London: United Kingdom Prime Minister Boris Johnson’s first day at Conservative party conference as prime minister was overshadowed by allegations of misbehaviour, as Downing Street was forced to deny allegations that he had groped a female journalist.
After days of revelations about his relationship with American tech entrepreneur Jennifer Arcuri, whose company received a public grant, Johnson was accused of grabbing the thighs of two women at a lunch while he was editor of the Spectator magazine.
The Sunday Times journalist Charlotte Edwardes claimed that at a private lunch in 1999, Johnson groped her leg under a table, grabbing “enough inner flesh beneath his fingers” to make her “sit upright”. She also alleged that he did the same to another woman at the same event.
Downing Street initially declined to comment on Sunday; but after senior ministers were peppered with questions about the alleged incident, a No 10 spokesperson said: “The allegation is untrue.”
Sources said the quote related specifically to the allegation that Johnson put his hand on Edwardes’ knee.
The prime minister is said to be furious at the claim, which Downing Street insiders privately described as “bollocks” and “nonsense”.
Edwardes tweeted on Sunday night: “If the prime minister doesn’t recollect the incident then clearly I have a better memory than he does.”
Matt Hancock, the health secretary, who ran against Johnson for his party’s leadership, was initially criticised for suggesting the issue related to Johnson’s private life. Johnson “never lectured people about their private lives,” he said.
However, Hancock later told Channel 4 News of Edwardes: “I know her and I know her to be trustworthy.”
Amber Rudd later tweeted: “I agree with @MattHancock”.
Johnson had hoped to use this week’s conference in Manchester to drive home his “Get Brexit Done” slogan, and to highlight a series of domestic policy announcements, including on the NHS, law and order and schools.
But he has been dogged by allegations about his personal conduct since he launched his Tory leadership campaign earlier this year.
Reports revealed in June that police had been called to a loud altercation at the London flat he shared with his partner Carrie Symonds. She has accompanied him to the party conference in Manchester.
Tory MP Rachel Maclean, who also works for the Conservative Women in Parliament Group, said she was proud to work under a feminist prime minister.
She said: “I am a feminist. I am proud to say that and I’m proud to be part of a government that is led by a feminist.”
Former defence secretary Penny Mordaunt said Johnson “has the style of Frank Spencer in a china shop but he is a decent person and I think he cares a great deal about women and girls”.
Asked whether Johnson had questions to answer over the allegations, Nicky Morgan, the culture secretary and former women’s minister, said: “It’s not something I know anything about. I’m sure members of the press will put their questions directly to the prime minister.”
Liz Truss, the international trade secretary, who is also responsible for women and equalities on behalf of the government, said at a fringe meeting that she was not familiar with the Sunday Times report.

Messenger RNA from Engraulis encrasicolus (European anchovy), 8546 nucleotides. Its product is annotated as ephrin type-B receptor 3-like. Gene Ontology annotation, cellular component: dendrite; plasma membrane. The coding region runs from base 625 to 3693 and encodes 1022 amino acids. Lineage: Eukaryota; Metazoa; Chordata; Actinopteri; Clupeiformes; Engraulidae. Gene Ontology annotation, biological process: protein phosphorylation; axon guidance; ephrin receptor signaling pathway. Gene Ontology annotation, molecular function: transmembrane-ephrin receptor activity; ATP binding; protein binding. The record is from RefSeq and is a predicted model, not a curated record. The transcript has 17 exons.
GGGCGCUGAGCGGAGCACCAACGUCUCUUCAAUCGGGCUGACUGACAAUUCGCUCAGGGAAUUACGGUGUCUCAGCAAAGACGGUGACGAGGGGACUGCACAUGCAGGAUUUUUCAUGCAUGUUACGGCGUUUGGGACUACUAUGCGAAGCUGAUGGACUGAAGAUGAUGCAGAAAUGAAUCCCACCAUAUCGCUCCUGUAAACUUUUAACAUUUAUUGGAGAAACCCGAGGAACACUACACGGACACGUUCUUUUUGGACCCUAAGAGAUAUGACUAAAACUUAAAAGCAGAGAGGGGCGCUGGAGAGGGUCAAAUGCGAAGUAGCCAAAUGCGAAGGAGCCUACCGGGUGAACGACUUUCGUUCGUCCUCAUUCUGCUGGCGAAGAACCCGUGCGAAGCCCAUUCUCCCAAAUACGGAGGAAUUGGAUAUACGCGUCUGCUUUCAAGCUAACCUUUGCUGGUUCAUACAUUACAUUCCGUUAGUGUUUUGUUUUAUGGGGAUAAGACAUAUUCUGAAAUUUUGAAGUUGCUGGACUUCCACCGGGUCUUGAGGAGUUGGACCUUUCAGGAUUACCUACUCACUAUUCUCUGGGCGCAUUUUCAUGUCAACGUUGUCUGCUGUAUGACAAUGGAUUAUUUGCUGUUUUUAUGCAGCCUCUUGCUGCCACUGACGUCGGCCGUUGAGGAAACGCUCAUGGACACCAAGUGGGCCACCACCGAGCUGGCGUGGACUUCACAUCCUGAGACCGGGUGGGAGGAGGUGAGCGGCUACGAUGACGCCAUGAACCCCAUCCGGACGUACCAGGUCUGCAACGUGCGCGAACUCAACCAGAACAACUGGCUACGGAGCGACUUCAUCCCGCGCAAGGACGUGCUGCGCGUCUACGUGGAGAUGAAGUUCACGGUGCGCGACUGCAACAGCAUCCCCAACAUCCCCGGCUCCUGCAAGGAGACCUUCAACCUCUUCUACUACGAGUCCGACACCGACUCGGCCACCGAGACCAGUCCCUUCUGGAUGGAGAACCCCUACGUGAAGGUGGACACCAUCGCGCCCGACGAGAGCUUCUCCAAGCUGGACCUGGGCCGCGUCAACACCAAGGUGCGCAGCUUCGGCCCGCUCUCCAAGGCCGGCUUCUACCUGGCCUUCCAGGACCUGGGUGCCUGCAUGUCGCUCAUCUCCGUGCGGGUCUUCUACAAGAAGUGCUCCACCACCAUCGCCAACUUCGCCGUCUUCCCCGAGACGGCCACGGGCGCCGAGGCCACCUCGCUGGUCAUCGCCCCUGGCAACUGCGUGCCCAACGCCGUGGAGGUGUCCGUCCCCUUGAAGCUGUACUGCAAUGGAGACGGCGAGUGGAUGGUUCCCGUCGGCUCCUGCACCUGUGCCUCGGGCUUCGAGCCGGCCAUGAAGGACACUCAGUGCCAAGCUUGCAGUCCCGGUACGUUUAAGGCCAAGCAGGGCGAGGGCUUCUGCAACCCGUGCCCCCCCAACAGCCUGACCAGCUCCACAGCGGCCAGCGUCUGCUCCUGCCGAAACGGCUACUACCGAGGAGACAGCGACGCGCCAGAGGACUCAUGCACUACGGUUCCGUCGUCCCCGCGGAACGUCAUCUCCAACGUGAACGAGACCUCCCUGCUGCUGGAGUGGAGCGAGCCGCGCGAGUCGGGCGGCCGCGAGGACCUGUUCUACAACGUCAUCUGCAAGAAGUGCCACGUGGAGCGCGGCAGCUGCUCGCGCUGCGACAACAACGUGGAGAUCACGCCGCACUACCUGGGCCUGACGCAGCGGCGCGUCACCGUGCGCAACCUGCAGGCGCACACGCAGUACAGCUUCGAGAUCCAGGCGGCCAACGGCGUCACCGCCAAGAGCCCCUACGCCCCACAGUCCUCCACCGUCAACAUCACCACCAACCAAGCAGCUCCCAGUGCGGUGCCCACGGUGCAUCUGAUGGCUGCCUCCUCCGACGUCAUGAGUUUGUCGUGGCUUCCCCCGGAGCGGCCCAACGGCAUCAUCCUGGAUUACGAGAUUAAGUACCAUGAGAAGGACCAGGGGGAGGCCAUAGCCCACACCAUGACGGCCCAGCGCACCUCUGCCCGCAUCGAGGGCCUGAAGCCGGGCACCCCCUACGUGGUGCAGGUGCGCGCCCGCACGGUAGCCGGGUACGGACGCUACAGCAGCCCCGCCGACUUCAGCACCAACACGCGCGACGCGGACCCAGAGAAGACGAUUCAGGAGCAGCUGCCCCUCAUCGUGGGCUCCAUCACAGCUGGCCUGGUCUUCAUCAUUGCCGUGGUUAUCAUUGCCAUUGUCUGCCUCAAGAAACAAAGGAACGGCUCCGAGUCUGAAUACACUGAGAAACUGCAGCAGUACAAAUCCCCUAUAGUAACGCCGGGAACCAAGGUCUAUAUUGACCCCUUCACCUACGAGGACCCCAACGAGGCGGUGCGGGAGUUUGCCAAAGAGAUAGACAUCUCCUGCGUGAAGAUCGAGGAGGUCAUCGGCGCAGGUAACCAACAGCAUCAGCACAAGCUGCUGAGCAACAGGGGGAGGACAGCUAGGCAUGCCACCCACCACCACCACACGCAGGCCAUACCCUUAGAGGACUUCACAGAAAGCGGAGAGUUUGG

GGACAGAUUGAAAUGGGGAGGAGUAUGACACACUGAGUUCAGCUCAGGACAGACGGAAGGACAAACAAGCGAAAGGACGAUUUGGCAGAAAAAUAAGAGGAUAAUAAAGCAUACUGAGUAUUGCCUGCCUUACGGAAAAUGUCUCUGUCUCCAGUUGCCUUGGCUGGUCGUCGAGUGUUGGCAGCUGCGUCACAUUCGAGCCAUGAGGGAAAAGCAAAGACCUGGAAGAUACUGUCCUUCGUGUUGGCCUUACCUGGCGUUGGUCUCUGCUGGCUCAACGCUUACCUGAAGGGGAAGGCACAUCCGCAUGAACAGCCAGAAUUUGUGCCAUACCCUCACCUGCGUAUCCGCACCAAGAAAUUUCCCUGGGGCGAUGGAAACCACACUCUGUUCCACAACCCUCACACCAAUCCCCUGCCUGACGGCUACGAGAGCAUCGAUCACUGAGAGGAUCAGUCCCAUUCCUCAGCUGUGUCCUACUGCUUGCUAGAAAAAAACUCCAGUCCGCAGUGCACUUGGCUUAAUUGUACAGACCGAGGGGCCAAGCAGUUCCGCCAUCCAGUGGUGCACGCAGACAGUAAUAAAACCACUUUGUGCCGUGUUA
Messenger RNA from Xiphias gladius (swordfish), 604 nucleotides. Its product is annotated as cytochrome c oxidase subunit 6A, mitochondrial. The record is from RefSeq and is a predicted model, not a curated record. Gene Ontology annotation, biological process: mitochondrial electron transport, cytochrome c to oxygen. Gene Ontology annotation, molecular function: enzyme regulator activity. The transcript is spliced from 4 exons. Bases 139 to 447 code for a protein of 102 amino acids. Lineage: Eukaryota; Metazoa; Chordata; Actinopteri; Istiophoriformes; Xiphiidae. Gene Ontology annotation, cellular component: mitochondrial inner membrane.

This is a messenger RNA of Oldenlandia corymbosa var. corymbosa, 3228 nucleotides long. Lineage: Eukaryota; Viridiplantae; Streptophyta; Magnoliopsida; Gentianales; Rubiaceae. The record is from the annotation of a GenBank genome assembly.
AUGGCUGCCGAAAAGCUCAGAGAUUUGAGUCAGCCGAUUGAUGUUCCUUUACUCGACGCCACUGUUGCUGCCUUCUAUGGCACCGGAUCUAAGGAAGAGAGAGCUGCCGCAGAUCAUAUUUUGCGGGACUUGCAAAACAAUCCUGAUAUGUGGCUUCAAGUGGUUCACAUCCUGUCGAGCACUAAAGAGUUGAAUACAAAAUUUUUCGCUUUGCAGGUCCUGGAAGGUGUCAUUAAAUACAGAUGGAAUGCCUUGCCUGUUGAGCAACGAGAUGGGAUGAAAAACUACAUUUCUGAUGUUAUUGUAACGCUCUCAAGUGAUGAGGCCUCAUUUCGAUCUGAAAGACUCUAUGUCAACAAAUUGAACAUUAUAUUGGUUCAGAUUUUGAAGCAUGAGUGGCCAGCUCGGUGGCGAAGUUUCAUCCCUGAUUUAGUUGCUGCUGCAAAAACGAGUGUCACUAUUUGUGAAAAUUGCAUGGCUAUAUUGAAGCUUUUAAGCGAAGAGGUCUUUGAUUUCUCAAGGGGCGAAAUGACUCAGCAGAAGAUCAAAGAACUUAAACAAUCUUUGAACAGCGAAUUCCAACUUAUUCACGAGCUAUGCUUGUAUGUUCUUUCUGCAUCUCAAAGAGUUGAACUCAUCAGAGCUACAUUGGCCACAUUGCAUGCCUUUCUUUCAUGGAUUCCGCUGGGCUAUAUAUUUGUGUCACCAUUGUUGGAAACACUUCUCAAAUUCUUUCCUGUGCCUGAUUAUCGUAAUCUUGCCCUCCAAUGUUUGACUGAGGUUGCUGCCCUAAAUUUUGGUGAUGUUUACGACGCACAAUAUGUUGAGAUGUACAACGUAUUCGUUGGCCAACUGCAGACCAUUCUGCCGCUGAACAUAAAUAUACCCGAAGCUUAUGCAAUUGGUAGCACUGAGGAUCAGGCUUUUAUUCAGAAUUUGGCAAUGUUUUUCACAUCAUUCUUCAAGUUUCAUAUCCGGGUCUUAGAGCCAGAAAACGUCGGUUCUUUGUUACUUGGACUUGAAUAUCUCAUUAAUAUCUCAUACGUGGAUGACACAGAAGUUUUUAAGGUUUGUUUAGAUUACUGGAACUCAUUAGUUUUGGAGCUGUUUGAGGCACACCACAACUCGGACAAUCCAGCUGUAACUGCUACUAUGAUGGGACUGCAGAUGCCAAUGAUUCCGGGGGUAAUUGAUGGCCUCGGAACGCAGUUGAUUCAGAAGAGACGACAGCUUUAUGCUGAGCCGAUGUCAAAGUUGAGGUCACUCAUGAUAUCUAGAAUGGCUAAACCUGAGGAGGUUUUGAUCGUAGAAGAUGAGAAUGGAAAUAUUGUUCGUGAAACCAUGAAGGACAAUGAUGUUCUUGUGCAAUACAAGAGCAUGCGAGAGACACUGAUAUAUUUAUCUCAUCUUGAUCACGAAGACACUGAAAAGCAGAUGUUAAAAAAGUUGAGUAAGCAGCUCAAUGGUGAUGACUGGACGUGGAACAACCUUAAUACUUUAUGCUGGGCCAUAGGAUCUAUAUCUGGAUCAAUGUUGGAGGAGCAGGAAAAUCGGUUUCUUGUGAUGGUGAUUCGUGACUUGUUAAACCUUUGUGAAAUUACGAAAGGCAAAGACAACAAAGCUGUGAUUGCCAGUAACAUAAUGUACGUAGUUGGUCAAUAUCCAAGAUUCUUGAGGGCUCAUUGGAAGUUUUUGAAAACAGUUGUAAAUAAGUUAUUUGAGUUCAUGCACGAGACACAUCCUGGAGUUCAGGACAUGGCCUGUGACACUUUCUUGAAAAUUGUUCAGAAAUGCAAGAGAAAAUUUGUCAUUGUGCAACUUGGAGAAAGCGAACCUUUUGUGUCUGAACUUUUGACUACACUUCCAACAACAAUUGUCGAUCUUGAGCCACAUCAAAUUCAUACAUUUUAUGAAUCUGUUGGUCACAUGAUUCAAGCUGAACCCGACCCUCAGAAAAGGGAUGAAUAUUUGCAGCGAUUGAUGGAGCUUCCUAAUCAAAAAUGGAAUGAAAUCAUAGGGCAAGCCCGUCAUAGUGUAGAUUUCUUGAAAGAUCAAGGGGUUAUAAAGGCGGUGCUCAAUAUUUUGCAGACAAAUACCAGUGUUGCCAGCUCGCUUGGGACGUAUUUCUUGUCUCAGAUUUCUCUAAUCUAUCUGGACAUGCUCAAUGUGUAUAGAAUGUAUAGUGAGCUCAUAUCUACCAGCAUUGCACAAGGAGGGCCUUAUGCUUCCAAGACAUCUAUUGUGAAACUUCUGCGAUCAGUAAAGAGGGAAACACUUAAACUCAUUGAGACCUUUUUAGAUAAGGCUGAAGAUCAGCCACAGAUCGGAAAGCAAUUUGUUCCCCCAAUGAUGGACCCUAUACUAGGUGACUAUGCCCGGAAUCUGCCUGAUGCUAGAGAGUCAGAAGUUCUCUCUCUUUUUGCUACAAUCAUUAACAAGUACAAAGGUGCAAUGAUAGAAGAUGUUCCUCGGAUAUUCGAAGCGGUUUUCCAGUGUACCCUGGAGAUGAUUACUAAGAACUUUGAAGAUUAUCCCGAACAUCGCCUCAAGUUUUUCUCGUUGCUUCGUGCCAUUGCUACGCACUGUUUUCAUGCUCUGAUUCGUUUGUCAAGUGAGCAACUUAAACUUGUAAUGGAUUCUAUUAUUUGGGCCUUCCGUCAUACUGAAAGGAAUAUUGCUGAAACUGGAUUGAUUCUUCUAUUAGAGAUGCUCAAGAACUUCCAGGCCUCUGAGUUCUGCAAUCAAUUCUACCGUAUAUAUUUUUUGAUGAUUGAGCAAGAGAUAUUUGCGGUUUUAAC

She added: “I will need to look at that in more detail.”
However, some Conservative activists expressed concerns. One announced she had quit the Conservative party over Johnson’s attitudes towards women, and criticised other women in the party for defending him.
Aceil Haddad, a PR consultant who has run as a Tory councillor and Greater London Authority member, said: “You only need to look at the Sunday Times to see what is being accepted, and the reason why I left is I can’t stand as a Conservative and say I can see the greater good because that means I’m allowing it to happen.”
Addressing party activists, she said: “I want you to do something. Say this is not acceptable.”
She said: “Politics and the act of law making has been boiled down to willy-waving, theatrics and ‘he said-he said’.”
Asked how Tory women could defend the prime minister, Haddad said: “Look at his attitude towards women ... Unfortunately we have got women who are scripted. They don’t feel like they can say anything.”
Last week, Johnson was criticised for being insensitive and using inflammatory language after a string of clashes with female Labour MPs.
Labour MP Dawn Butler, the shadow women and equalities secretary, has written to Sir Mark Sedwill, the cabinet secretary, and James Cleverly, the chair of the Conservative party, calling for an “urgent and thorough” investigation into the “serious allegations of misconduct”.
Butler writes in her letter that this is the “latest in a number of serious charges of abuse of power” made against Johnson, which includes allegations of conflicts of public interest and misuse of public funds after failing to declare an interest in the allocation of public money to Arcuri.
Liberal Democrat leader Jo Swinson said: “Boris Johnson probably doesn’t even remember this incident, because to men like him it won’t even register as sexual harassment and an abuse of power.
“The power and privilege that has surrounded Boris Johnson his entire life means he has avoided facing the consequences of his actions.”